And now, some points about inking. Inking is a complex discipline. It requires the following:
1) Control of the tools, that is, being able to make the pen or brush make exactly the mark on the paper that you want it to every time—nothing accidental.
Vince Colletta could make a perfect circle freehand, with a brush, exactly even line weight all the way around. Best hands in the business, or at least tied for same. I’ll tell you about Russ Heath sometime.
2) Mastering technique. You need to know what to do with the tools to make hair look like hair, glass look like glass, sand look like sand, etc. If you tried to develop your own techniques for every occasion, it would take you decades. Better to learn from your favorite inkers. Check, for instance, how John Romita, Sr. does highlights on hair. Take a look at how Dick Giordano renders metal. See how Klaus Janson does glass and reflective surfaces. Take a look at how Wally Wood did everything. Learn from the best. It’s not cheating—it’s building upon the visual language comics artists have been developing for more than a century.
You can develop your own techniques as you go along after you learn the existing ones. For instance, Klaus was a Giordano student. Giordano rendered glass with a wavy line technique—pretty much a cartoon glyph. Klaus took a good look at windows (and Gil Kane’s pencils) and came up with a more realistic technique that featured the reflection of the wall around the window, which is generally what you see if the light is coming from an angle. Very cool.
Effective technique communicates, and that’s what it’s all about.
3) Creating the illusion of depth. Depth is the key to clarity. Inkers control black, white and gray, that is, the extremes of VALUE, lightness and darkness, and to some extent, gray, the middle ground. Value—lightness and darkness—is THE most effective tool for creating the illusion of depth.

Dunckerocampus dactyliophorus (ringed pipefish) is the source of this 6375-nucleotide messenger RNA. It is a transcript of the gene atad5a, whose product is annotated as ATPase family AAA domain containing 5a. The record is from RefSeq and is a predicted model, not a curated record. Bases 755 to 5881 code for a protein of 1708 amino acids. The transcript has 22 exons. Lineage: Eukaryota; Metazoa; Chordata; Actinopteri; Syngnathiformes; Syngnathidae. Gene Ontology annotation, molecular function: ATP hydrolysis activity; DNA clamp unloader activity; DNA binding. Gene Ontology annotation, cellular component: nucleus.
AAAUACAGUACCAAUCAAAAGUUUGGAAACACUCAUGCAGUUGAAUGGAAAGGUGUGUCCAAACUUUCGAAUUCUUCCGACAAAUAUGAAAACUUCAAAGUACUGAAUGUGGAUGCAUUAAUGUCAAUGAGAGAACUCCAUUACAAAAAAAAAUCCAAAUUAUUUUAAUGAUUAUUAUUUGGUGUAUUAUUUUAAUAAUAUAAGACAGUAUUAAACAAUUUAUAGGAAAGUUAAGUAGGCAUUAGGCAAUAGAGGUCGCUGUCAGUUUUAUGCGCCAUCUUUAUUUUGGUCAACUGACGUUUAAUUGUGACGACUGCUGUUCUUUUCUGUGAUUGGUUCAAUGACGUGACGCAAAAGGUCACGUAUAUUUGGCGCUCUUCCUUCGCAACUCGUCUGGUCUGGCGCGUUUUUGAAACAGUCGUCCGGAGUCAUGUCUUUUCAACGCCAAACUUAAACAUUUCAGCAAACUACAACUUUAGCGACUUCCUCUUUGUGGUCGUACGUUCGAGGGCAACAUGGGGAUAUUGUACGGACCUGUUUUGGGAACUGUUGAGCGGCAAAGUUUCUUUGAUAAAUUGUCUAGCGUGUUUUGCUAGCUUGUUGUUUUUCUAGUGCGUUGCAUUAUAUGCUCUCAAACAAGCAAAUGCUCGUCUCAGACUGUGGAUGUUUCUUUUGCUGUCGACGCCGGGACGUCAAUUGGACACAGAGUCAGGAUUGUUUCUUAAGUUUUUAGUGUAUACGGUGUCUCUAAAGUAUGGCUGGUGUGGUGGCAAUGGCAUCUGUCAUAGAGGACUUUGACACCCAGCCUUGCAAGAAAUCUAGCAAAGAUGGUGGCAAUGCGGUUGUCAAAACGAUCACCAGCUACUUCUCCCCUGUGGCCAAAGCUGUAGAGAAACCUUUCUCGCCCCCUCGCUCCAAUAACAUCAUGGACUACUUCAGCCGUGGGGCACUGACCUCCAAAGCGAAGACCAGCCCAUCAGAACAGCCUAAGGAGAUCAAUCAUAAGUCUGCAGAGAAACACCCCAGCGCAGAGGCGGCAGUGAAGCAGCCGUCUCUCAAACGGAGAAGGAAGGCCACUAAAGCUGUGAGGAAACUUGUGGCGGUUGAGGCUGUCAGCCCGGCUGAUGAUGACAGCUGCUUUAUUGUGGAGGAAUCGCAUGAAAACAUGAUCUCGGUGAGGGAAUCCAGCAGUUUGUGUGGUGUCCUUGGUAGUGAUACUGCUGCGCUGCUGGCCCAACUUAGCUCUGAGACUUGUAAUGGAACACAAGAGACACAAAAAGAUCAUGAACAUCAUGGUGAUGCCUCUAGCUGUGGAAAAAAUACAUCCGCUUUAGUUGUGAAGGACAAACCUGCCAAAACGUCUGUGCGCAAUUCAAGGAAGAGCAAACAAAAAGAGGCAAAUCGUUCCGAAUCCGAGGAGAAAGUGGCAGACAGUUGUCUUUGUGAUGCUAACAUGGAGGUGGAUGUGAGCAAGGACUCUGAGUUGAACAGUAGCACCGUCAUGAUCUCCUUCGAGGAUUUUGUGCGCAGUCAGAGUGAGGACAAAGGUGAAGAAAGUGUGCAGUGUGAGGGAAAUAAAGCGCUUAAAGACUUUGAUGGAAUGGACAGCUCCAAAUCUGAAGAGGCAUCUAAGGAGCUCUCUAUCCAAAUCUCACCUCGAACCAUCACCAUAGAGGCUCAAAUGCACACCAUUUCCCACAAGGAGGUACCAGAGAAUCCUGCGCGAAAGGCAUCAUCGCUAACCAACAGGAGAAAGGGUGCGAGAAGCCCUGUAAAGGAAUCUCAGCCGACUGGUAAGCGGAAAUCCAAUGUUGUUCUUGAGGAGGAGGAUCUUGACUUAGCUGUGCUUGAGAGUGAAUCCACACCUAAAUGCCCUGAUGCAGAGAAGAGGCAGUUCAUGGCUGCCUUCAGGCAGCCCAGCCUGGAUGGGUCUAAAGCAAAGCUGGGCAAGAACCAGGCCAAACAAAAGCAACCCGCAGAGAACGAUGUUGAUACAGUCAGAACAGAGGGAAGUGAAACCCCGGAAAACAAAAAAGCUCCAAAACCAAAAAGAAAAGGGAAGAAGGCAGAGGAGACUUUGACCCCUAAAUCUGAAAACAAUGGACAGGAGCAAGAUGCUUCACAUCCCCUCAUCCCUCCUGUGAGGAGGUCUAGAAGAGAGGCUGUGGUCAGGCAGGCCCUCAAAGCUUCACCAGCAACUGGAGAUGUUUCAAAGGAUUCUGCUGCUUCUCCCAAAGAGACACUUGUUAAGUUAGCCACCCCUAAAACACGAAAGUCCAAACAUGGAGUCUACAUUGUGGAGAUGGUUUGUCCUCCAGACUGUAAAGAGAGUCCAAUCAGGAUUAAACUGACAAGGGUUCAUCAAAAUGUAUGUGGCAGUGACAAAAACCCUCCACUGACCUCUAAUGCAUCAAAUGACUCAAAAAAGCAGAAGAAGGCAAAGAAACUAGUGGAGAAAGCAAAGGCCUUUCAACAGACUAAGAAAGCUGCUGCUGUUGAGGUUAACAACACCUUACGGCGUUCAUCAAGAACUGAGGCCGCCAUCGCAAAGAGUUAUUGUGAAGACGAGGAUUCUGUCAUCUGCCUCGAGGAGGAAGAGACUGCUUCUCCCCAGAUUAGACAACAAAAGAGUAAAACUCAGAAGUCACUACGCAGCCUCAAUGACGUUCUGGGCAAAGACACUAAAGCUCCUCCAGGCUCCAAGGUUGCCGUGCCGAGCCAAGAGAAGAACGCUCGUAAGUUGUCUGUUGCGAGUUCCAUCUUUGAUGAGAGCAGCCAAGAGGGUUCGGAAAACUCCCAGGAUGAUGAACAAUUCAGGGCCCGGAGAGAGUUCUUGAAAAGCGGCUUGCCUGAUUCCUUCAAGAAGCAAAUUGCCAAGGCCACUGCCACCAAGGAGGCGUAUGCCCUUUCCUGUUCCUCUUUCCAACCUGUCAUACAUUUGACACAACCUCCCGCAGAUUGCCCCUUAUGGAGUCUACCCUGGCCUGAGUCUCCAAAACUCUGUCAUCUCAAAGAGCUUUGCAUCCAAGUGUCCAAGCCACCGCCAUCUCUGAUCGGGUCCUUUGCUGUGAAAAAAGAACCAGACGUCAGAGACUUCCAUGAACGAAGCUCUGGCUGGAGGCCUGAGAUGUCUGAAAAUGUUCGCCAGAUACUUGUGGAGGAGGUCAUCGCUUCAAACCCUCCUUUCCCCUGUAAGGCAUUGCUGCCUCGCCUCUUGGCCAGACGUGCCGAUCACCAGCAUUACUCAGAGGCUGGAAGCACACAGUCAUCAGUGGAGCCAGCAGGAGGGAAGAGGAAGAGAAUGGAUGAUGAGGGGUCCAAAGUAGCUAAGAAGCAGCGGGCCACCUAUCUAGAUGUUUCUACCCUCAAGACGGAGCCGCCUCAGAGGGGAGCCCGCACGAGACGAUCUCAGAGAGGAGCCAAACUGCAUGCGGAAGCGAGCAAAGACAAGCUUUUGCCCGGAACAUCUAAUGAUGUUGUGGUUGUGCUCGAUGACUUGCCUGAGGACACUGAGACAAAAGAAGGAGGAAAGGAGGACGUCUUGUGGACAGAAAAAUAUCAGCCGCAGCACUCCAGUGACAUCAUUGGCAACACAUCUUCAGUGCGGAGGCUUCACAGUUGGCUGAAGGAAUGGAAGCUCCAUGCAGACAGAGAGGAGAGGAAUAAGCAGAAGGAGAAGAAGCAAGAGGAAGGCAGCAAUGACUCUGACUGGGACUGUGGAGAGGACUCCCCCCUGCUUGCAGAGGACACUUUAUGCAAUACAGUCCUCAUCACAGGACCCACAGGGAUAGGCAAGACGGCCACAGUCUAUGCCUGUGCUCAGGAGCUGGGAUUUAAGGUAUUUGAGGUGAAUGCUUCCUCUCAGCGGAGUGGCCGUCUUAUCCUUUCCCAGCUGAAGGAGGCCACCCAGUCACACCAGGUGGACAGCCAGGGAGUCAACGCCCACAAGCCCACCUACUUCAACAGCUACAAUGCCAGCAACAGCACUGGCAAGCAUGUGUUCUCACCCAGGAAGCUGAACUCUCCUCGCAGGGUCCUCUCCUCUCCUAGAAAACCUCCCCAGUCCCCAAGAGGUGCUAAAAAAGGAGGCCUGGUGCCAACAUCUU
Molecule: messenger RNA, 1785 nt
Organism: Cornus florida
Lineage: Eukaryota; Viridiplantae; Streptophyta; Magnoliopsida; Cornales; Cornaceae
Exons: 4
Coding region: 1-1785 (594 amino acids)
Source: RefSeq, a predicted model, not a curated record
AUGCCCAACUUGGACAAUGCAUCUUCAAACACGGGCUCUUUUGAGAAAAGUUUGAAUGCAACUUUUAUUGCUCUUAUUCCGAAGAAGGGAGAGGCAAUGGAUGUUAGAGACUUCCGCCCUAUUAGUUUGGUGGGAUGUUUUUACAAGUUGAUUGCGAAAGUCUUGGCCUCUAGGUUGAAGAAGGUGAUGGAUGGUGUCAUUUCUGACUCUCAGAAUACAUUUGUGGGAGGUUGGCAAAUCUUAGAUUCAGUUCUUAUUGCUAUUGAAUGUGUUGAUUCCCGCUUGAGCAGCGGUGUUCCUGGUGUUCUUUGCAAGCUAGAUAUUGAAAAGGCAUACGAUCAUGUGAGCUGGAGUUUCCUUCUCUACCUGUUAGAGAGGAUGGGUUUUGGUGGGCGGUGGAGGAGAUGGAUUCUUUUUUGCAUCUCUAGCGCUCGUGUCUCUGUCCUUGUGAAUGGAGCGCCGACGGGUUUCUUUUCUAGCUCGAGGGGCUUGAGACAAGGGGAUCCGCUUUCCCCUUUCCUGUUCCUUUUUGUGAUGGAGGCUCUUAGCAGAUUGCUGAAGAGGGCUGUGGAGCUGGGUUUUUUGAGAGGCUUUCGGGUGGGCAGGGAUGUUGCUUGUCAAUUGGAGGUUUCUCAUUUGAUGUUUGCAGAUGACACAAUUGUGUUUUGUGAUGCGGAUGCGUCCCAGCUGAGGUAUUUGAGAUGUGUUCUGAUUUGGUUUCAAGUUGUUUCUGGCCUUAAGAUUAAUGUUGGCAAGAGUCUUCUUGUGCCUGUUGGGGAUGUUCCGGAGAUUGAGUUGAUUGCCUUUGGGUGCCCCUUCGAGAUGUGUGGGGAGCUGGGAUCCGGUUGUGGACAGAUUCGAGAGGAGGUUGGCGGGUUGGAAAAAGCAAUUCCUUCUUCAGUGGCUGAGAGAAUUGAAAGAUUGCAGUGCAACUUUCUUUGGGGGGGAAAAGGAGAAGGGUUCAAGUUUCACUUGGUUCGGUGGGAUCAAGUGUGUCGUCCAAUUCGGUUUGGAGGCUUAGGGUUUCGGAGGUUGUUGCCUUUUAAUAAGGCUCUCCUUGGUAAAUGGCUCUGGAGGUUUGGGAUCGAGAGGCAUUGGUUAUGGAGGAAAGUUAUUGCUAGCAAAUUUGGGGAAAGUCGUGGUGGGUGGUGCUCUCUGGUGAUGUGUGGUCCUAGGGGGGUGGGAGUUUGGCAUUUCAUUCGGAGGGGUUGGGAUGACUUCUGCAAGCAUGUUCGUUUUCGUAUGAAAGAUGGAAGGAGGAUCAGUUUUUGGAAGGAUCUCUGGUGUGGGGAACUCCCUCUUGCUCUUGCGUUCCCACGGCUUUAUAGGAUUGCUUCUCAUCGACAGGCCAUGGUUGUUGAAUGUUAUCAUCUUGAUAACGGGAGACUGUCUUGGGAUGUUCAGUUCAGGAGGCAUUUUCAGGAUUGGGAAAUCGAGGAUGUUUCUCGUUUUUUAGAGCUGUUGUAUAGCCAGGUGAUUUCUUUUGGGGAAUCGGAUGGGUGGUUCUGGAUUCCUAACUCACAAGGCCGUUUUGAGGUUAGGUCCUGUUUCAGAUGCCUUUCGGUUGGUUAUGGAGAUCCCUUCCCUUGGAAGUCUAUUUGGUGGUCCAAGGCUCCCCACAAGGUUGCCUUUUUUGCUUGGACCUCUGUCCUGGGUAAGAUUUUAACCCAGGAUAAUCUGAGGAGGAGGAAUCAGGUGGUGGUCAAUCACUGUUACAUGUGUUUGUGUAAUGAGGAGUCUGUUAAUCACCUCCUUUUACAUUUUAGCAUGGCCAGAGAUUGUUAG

Let me say that again. THE most effective weapon for creating the illusion of depth on the flat surface of the paper is value. Generally, a progression of values.
The basic “atmospheric” progression of values is from dark to light. Dark values on things close are very dark. The mountains in the distance gray out and almost blend into the sky.
Yes, yes, the colors are brighter and more intense up close, the color contrasts are clearer, but remember, we’re talking inking here. Black, white, gray. We’ll get to color later.
So dark, lighter, lightest, natural “atmospheric perspective” is a commonly seen value progression.
But, you don’t have to look around too far in nature to find others. Light to dark—the sun shining where we are, clouds over the hills in the distance, the mountains far away are almost silhouetted. Dark-light-darker—a dark room, a lit hallway and an even darker room across the hall. Light-dark-lighter. You figure it out. Every combination, every progression you can imagine. Doesn’t have to be three planes, foreground, middle ground and background. Could be as many as you want.
The important thing is to separate planes—even if the planes are only feet apart, you have to create progression/separation. Check out Woody’s work, and Eisner’s and Kubert’s.
Also, get to the Met, to the Dutch Masters room and check out the Dutch Masters. The Dutch were fascinated by light and its effects in the 1600’s. That’s when van Leeuwenhoek made great advancements developing the microscope.